There is a strong argument that individuals have a right to spend the money they have earned as they wish.

But to me, the more compelling point on that side of the divide is that every great achievement has been considered folly at first. If the Wright brothers hadn’t expended what at that time was large sums trying to fly, I wouldn’t be writing this article while aloft en route across the United States in a mere few hours’ time. It always takes big, bold, visionary thinking and the willingness to put resources behind it to create the advances that do make life better for those who have access to them.

So I don’t mind millionaires and billionaires, and I have a negative reaction when Bernie Sanders refers to the “billionaire class” as a disparaging label. But I do care what billionaires do with their money. I care what they do with the privilege it brings to them. I care whether they pay their fair share of taxes so that our cities, states, and nation can provide the necessary infrastructure of civilization to all: safety, security, healthcare, education, roads and bridges that don’t crumble, clean water and air, for example.

Money, after all, is like power. It has no distinguishing characteristics of its own. It becomes whatever we make of it for good or ill.

Robin Montegari commented on Facebook in Take The Lead’s 9 Leadership Powr Tools for Women Leaders group that while she might not like how powerful people spend their money, she does believe it’s up to them to do what they want with theirs and is “eternally optimistic that when they truly know better (when they “see the light”), they will choose to do better.” She continues, “I try not to focus on those who are self-serving (what power do I have over that anyway?) and instead focus on those men and women who do, do better and use them as models of how I can also improve our world (regardless of my level of income, influence, reach or power).”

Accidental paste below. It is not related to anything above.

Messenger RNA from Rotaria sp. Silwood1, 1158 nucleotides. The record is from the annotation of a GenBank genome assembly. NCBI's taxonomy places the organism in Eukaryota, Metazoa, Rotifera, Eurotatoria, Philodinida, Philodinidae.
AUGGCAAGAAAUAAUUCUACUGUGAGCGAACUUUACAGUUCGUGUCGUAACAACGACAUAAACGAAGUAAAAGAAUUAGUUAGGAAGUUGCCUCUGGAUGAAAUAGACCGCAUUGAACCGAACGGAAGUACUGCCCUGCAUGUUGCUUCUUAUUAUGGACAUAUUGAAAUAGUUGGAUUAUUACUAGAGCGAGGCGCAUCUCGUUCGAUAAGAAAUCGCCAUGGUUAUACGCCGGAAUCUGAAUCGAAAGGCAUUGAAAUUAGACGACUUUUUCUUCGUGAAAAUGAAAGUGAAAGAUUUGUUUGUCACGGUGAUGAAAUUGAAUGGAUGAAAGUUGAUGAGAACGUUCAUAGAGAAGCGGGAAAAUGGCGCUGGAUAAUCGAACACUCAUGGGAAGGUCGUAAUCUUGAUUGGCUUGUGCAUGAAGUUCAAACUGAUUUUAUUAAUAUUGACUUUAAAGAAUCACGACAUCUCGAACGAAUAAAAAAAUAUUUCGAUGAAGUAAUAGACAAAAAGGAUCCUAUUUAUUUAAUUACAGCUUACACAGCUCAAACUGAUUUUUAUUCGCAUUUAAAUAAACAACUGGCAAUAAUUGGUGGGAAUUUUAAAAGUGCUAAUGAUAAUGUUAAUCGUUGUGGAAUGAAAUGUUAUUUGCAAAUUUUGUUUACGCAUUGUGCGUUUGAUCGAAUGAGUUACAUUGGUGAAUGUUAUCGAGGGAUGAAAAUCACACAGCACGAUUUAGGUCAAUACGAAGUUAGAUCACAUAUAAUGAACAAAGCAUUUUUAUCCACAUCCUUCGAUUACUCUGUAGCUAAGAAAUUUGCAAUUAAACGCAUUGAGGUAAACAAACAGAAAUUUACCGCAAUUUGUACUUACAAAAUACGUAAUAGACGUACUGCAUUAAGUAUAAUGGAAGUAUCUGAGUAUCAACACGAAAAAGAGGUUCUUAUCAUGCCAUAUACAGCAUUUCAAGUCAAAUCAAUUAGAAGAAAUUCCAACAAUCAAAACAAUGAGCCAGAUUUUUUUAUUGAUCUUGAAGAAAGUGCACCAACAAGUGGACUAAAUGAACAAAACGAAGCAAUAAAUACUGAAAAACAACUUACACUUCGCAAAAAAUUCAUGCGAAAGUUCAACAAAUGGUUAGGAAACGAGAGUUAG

As my grandmother used to say, “Charity begins at home.”

If you agree, I invite you to do great good while enjoying a phenomenal live-at-home concert featuring the award winning composer and pianist Marina Arsenijevic on August 26, Women’s Equality Day at 7pm eastern. Proceeds will #putwomenatthecenter of the recovery from the pandemic, enabling Take The Lead to provide training and coaching to the millions of women whose lives and livelihoods have been disrupted, so they can develop their talents and make the world a better, healthier, more prosperous place for all of us.

GLORIA FELDT is the Cofounder and President of Take The Lead, a motivational speaker and expert women’s leadership developer for companies that want to build gender balance, and a bestselling author of four books, most recently No Excuses: 9 Ways Women Can Change How We Think About Power. Former President of Planned Parenthood Federation of America, she teaches “Women, Power, and Leadership” at Arizona State University and is a frequent media commentator. Learn more at and Tweet Gloria Feldt.



Gloria Feldt

Gloria Feldt is a New York Times bestselling author and co-founder and president of Take The Lead, a nonprofit women’s leadership organization.